Knowing that he would not be willing to cooperate with a voluntary inspection, we began work to secure search warrants for his home and the licensed facility where the reptiles were supposed to be kept. We worked closely with the sheriff’s department and city officials. We also got help from two herpetologists at the Los Angeles Zoo who were knowledgeable and comfortable with handling such dangerous animals. We could never have done it without them, and I will be eternally grateful for their help.

Our research discovered that the resident had permits from the California Department of Fish and Wildlife to have the following dangerous reptiles: black mamba, puff viper, American alligator, dwarf caiman, Cape cobra, king cobra, monocle cobra, striped spitting cobra. western, Nile crocodile, reticulated Gila monster, red-bellied piranha, eastern diamondback rattlesnake, timber rattlesnake, alligator snapping turtle, common snapping turtle, Gabon viper, and rhino viper.

When planning the search warrant, we determined that it would be necessary to have emergency medical assistance in case someone is bitten by a snake or alligator (or sprayed in the eyes by the cobra. spitter). The Sheriff’s Department had an ambulance, paramedics and a helicopter on standby to immediately transport a victim for medical assistance.

Based on the number allowed by the wildlife permits, we expected to find around 20-25 reptiles on the property. What we found was a lot more. We seized 140 reptiles (including 119 poisonous), including monocled cobras, albino rattlesnakes, prairie rattlesnakes, spitting cobras, Cape cobras, western diamond rattlesnakes, Gila monsters, Gabon, Eastern Diamond Rattlesnakes, Mexican Pacific Rattlesnakes, Pearl Lizards, Egyptian Cobras, Asian Cobras, American Alligators, Alligator Snapping Turtle, Common Snapping Turtle, Australian Pythons, Eastern Indigo Snakes, and Leopard Geckos. We also removed seven parrots of different species and an injured red-tailed hawk requiring urgent medical attention.

We were shocked at the number of reptiles and had to go to several nearby home improvement stores to purchase additional buckets with lids so we could house and transport them safely. The herpetologists at the Los Angeles Zoo were exceptional and safely captured and contained all of the reptiles despite the extremely dangerous conditions posed by the heat and overcrowding.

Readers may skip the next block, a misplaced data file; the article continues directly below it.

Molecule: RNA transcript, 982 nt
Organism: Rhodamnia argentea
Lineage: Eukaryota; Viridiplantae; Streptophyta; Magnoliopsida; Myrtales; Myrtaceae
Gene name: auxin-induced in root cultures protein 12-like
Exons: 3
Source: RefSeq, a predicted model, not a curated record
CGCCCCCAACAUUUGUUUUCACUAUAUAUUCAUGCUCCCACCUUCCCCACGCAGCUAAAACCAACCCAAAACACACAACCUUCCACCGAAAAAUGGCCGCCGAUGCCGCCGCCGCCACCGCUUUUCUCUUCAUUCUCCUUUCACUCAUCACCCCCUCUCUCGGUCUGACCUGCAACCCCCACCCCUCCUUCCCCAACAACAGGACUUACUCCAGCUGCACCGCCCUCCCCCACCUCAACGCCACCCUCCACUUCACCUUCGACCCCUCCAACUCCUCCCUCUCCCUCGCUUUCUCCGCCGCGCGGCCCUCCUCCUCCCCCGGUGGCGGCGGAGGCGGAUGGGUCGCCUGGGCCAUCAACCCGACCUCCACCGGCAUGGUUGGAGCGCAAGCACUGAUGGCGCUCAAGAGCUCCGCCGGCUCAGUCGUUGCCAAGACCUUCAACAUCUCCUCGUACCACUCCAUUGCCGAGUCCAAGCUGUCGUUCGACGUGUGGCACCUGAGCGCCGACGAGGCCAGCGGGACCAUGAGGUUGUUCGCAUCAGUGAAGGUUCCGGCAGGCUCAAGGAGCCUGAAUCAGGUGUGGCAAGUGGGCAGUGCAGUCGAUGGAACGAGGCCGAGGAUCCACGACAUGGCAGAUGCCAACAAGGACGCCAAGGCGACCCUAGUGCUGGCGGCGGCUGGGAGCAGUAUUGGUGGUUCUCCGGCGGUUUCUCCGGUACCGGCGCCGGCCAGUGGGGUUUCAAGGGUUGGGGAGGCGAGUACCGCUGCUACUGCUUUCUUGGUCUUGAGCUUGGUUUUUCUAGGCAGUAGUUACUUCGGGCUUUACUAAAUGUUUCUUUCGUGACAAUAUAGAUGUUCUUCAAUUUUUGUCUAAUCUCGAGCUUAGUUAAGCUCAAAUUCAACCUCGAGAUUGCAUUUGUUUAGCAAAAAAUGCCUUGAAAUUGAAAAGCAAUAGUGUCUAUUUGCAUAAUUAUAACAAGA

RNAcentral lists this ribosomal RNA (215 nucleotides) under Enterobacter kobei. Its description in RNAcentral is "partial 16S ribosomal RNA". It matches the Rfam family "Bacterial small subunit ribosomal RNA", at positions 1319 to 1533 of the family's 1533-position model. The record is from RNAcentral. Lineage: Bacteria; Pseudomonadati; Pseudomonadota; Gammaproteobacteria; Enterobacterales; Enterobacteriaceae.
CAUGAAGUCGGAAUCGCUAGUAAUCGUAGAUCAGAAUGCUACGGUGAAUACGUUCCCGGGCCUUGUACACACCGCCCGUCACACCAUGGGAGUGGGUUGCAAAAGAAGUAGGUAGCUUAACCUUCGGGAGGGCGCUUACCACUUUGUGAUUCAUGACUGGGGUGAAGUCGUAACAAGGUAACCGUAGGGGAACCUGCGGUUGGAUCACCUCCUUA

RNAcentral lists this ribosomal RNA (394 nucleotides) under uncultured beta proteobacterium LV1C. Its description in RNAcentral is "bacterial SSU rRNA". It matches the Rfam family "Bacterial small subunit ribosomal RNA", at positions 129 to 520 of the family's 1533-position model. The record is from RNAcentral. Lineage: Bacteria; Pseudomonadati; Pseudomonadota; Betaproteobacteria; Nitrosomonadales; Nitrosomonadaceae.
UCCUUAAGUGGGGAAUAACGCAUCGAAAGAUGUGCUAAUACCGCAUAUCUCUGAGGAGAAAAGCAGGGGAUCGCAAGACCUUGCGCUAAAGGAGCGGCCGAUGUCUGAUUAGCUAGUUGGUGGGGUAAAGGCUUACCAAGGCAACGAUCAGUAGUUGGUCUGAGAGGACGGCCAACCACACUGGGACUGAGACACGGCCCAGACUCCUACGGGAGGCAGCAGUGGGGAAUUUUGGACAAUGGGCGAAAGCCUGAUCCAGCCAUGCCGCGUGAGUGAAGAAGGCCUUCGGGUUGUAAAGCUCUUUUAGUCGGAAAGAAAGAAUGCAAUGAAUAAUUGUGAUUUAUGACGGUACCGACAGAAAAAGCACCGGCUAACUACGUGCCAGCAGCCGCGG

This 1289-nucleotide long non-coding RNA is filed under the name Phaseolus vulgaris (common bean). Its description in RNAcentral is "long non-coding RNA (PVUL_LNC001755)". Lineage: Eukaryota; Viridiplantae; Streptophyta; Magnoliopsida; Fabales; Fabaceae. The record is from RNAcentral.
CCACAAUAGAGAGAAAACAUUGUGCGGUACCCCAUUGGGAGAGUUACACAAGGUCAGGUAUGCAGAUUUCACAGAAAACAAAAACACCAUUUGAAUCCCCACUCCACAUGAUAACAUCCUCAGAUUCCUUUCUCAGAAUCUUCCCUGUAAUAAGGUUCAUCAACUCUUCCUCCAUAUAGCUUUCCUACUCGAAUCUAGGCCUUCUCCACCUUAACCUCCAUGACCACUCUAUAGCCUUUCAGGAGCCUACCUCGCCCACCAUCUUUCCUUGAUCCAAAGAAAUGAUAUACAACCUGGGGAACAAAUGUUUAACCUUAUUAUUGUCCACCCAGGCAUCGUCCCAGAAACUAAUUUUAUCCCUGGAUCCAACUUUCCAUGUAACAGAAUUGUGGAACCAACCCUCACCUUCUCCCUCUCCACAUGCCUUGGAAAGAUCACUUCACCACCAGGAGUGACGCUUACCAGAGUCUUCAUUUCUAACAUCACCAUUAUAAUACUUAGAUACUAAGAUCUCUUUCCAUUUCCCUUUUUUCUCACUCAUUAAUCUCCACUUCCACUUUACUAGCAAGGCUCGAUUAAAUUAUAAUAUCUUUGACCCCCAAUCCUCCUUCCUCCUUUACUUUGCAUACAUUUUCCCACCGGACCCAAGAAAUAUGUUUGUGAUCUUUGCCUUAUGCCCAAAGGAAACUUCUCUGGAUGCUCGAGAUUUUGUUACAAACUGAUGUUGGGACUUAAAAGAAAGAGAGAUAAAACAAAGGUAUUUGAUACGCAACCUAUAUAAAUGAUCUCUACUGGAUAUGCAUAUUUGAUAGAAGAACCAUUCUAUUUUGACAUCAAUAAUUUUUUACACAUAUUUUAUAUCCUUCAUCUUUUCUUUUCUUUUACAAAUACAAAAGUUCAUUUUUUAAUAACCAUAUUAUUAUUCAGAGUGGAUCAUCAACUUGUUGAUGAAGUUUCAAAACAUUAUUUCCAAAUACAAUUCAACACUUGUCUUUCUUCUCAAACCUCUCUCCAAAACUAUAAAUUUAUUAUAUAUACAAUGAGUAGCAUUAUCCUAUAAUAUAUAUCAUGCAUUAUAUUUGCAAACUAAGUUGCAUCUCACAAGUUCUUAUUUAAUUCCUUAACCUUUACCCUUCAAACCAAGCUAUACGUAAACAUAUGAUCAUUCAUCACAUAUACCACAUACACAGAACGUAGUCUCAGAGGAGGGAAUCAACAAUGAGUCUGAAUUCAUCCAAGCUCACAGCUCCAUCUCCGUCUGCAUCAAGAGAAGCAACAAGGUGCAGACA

We had arranged in advance the safe and humane housing of all the animals; the poisonous reptiles were sent to various zoos, sanctuaries and other approved facilities. The alligators were accepted by the Pasadena Humane Society, which had an alligator enclosure, and then sent to an out-of-state alligator sanctuary. The Red-tailed Hawk went to the California Wildlife Center for rehabilitation, and the parrots were housed in our Agoura Animal Care Center. Our team worked nearly 24 hours straight to remove and transport the animals, and luckily no one was injured.

The owner of the reptile was subsequently charged with 14 misdemeanors and 26 misdemeanors. He has indisputably pleaded eight counts of animal abuse offenses and was sentenced to one year in prison and ordered to complete a program designed to rehabilitate those who abuse animals. All surviving reptiles (some were severely emaciated or sick and did not survive) were permanently placed in zoos and sanctuaries. The parrots were placed in new homes. The Red-tailed Hawk made a full recovery and was returned to the wild by another DACC lieutenant who assisted in its rescue. You can watch the inspiring release of the hawk [here].

While this case has successfully ended with a criminal conviction, no injury, and the placement of all surviving animals, I know there may be another in our future. Due to the size and complexity of our jurisdiction, the DACC has welcomed many other wild and exotic animals. The Hollywood film industry often uses wild animals, and there are many exotic animal keepers in rural areas of our county. Sometimes people get exotic animals as pets and then have difficulty providing them with proper care and containment. We never know what kind of animal we may encounter.

In fact, we have seen many other strange or exotic animals pass through our doors. Here is a DACC trivia question for you: Apart from the species mentioned above, which of the following animal species were not entered by the DACC: African gray parrot, African lion, spiny turtle African, Bactrian camel, badger, royal python, barn owl, bearded dragon, boa constrictor, bobcat, capybara, coachwhip snake, Cooper’s falcon, desert turtle, dolphin, eagle owl, hedgehog, jaguar, king snake , Nile monitor, nutria, okapi, pushmi pullyu, red tail python, reticulated python, savanna monitor, sea lion, owl, sulfur crested cockatoo or tiger. Can you guess the two correct ones? I’ll reveal the answer in next month’s blog.

Until then, I can only say that working in animal welfare is always full of surprises. I wouldn’t have done it any other way!

Marcia Mayeda is the director of the Los Angeles County Department of Animal Care and Control.


Boyd S. Abbott